The Catholic League Blue has qualified four of its six members for this week's state quarterfinals while the DuPage Valley has advanced three. So it's only natural to resume the debate: Which conference is better?
From the first time I covered a Catholic League football game--a Mount Carmel/Loyola matchup in Wilmette on the first day I started to work for the old Chicago Daily News on Sunday, Sept. 8, 1968--I recognized that these Chicago kids played with a split lip and a swagger than nobody else had.
I had witnessed high school football in the old South Suburban League--Bloom's 1957 powerhouse, led by Leroy Jackson, left a lasting impression on me; so did Thornton's 1965 team with LaMarr Thomas--and I covered the East St. Louis/Belleville and Kirkwood/Webster Groves Thanksgiving Day rivalries while working for the St. Louis Globe-Democrat.
But Catholic League football was something special. Every game was a rivalry. Tradition oozed from Mount Carmel, Fenwick, St. Rita and Leo. In the 1970s, St. Laurence wanted a part of it. Loyola, Mendel, Gordon Tech and Brother Rice produced dominant teams, too. They were intense and physical. They defined smash-mouth.
I saw it whenever I covered a Catholic League game. Sunday afternoon at Gately Stadium was the grandest experience of all, an electric atmosphere with big crowds and Big 10 officials working the games. If you were there, you know what I mean. If you weren't, trust me, you missed Ohio State/Michigan on a high school stage.
Maybe it's because the kids began playing football at such an early age, in the Parish leagues. If you think college recruiting is a scandal, you should hear the war stories about how 13-year-olds were wooed from one Catholic school to another to another.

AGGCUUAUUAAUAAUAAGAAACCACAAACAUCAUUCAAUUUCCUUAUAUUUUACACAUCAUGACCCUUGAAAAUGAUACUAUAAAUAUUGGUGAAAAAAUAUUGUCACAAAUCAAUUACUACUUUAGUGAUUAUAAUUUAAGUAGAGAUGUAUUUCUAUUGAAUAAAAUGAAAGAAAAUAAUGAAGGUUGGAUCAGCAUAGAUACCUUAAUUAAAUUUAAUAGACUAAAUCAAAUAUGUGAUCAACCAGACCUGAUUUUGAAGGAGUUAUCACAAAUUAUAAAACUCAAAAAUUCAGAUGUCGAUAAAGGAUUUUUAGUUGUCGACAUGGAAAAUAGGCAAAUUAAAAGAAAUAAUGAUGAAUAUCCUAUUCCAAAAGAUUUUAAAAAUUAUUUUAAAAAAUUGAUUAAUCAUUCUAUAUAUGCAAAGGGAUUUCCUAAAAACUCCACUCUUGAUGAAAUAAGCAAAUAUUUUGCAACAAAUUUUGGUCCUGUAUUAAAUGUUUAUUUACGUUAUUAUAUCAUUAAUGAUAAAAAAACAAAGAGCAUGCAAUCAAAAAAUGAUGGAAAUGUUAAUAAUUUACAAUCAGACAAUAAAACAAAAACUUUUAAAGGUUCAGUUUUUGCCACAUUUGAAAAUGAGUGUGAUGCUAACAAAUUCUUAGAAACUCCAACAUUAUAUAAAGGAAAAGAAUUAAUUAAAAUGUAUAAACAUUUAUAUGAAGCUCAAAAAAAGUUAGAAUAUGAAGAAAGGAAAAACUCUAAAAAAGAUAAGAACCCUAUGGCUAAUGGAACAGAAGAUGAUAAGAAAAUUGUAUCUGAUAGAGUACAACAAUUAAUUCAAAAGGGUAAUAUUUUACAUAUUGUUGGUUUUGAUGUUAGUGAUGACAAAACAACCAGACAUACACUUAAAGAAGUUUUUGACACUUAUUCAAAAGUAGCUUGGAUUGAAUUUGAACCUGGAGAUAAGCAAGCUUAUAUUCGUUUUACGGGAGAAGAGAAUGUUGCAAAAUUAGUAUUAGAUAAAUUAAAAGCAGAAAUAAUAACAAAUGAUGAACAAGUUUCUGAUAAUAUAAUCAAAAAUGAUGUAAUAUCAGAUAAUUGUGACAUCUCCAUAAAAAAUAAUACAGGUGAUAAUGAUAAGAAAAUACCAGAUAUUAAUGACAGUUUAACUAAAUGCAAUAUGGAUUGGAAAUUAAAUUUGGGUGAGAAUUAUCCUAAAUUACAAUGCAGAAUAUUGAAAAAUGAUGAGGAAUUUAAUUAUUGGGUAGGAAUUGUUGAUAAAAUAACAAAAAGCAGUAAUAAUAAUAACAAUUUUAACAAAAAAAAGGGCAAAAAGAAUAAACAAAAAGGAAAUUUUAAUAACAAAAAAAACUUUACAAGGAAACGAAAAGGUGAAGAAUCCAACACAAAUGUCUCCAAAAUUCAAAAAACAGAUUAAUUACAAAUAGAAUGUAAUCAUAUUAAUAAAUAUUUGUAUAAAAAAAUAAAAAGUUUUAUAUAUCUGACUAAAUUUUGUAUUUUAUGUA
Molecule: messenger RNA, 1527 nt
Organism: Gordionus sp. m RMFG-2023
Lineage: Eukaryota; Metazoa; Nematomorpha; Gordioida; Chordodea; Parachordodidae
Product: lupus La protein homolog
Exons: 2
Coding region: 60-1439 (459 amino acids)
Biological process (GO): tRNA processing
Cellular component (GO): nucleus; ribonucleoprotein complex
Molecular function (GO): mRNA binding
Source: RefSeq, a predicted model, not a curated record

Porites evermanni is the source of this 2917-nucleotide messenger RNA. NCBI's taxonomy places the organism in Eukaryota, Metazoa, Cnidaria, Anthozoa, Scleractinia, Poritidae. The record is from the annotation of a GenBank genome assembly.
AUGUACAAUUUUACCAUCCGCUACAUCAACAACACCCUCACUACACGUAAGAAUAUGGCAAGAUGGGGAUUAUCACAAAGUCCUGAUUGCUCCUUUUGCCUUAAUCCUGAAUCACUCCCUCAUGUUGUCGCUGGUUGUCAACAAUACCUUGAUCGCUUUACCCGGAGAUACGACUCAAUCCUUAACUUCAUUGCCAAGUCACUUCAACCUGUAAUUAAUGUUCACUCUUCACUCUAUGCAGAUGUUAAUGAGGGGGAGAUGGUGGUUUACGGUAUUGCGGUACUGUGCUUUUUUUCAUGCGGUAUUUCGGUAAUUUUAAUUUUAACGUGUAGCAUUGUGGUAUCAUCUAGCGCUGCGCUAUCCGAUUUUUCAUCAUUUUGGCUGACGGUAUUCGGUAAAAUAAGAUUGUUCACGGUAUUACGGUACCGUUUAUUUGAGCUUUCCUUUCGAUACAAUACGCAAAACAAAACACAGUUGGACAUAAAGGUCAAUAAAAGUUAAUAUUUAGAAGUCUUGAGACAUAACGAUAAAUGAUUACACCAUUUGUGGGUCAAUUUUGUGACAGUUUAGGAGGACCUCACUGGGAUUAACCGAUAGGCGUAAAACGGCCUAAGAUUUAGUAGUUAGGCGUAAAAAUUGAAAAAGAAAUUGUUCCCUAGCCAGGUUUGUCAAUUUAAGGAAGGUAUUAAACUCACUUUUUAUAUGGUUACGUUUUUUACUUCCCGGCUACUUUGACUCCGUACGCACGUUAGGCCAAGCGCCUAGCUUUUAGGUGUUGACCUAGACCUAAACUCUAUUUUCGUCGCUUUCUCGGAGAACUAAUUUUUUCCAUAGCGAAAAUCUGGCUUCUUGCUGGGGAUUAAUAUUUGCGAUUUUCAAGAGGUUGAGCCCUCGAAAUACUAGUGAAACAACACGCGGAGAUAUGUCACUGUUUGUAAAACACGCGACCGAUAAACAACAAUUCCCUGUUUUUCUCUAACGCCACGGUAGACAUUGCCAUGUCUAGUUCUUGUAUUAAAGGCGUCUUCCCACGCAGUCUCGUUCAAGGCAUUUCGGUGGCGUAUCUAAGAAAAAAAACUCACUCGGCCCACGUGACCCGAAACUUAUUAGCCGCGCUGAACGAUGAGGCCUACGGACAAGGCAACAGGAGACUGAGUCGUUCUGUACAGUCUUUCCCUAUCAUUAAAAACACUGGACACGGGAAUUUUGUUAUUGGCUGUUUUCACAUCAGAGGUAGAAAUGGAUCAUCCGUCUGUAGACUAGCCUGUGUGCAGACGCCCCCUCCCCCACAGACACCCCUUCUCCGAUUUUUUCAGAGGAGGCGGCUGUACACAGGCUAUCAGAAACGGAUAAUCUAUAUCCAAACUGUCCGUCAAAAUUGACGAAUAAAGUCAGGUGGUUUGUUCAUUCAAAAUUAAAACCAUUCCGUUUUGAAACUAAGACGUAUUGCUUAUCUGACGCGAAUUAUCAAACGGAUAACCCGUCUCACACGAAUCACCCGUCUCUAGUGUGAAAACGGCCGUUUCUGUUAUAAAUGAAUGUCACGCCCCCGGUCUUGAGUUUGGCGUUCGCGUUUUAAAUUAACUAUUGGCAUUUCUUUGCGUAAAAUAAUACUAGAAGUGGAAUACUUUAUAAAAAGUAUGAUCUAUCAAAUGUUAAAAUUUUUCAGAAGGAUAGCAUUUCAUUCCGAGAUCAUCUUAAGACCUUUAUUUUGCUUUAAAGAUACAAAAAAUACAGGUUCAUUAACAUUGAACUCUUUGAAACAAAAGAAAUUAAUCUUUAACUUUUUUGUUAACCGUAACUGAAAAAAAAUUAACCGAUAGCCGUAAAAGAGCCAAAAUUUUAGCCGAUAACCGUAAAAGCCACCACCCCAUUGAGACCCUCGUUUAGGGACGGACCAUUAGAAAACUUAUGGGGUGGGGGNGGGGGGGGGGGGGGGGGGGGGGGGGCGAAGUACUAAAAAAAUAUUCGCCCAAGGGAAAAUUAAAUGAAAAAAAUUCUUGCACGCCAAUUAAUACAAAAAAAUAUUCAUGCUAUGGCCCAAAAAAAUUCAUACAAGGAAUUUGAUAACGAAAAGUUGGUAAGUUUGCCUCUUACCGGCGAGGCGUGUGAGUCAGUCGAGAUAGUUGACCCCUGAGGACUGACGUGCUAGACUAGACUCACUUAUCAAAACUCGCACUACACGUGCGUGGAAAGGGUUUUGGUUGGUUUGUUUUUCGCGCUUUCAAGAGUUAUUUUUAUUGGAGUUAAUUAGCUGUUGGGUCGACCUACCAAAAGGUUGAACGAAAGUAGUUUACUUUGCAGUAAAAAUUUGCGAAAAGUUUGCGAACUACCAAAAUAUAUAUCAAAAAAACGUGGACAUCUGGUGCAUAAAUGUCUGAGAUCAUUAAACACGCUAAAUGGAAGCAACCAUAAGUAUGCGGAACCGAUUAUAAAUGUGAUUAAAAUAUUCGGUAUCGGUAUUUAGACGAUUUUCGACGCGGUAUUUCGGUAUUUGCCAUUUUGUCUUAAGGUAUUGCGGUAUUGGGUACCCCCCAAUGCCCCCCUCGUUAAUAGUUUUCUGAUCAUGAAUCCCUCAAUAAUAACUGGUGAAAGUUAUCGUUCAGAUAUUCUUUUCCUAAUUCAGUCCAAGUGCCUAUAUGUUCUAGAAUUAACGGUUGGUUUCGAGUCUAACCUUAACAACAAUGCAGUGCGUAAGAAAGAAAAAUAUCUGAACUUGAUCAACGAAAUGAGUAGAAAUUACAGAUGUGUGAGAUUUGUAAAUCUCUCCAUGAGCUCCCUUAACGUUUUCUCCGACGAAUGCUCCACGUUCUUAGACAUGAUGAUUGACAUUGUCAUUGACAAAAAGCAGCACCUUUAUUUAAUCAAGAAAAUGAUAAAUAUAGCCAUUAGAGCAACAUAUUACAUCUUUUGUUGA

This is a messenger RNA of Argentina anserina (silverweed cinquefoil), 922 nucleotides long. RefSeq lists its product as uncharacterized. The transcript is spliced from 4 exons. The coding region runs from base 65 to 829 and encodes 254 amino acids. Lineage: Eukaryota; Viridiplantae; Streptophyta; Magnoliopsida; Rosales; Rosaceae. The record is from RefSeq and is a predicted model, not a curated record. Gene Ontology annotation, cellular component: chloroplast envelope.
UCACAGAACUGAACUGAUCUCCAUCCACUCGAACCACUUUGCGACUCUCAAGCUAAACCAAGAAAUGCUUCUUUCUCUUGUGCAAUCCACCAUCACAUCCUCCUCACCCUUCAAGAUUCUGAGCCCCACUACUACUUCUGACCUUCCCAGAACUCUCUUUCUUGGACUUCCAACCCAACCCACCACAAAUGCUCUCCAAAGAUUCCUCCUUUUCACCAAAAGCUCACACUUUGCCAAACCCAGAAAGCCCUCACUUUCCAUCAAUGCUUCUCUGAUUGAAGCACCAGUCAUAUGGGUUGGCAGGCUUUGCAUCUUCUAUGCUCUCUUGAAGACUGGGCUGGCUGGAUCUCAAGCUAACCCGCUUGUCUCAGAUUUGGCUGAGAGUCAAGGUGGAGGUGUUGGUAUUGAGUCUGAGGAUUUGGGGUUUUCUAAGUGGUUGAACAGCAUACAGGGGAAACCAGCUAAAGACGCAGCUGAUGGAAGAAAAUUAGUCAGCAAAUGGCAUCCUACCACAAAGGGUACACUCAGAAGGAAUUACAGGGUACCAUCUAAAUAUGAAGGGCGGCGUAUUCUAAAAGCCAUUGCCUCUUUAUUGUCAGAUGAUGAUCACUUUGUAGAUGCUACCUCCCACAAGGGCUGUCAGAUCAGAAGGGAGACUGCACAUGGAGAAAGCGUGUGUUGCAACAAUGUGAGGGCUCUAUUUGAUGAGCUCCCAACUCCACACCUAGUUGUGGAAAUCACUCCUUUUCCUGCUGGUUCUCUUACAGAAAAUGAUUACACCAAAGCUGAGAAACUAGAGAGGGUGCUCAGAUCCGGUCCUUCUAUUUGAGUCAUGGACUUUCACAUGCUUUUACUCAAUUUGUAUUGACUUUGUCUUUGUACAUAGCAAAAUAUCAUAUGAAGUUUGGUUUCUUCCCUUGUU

I was awed by the legendary coaches who produced great teams and great players. Fenwick's Tony Lawless was gone. But how about a league with Pat Cronin, Tom Kavanagh, Lou Guida, Bob Spoo, Tom Mitchell, Tom Winiecki, Bob Foster and Frank Lenti? You can't make up a cast of characters like that.
And the players...Tim Marshall, Chris Boskey, Paul Glonek, John Foley, Billy Marek, Dennis Lick, Kevin King, Pete Allard, Jim Kozlowski, Kevin Basic, Tony Furjanic, Corey Rogers, Mark Zavagnin.
I know. You've seen great coaches, teams and players in the old Suburban League (Evanston and Murney Lazier) or the DuPage Valley (Wheaton North and Jim Rexilius) or the West Suburban (Hinsdale Central and Harvey Dickinson). Everybody has their favorites. Over the last 50 years, I've witnessed games in all of those suburban conferences.
But it isn't the same. The Catholic League has an edge. Those kids play harder and hit harder. I know you might find it hard to believe. But it's true. I wouldn't say it if I hadn't seen it for myself. A hit in the Catholic League is unlike any other. The game is played at a higher level.
Even today. Sure, the Catholic League isn't what it used to be. Mendel and Weber are gone. Gordon Tech, St. Laurence, Leo and Fenwick aren't what they used to be. It is left for Mount Carmel, Loyola, St. Rita and Providence, which recently joined the club, to carry the flag. The the tradition carries on.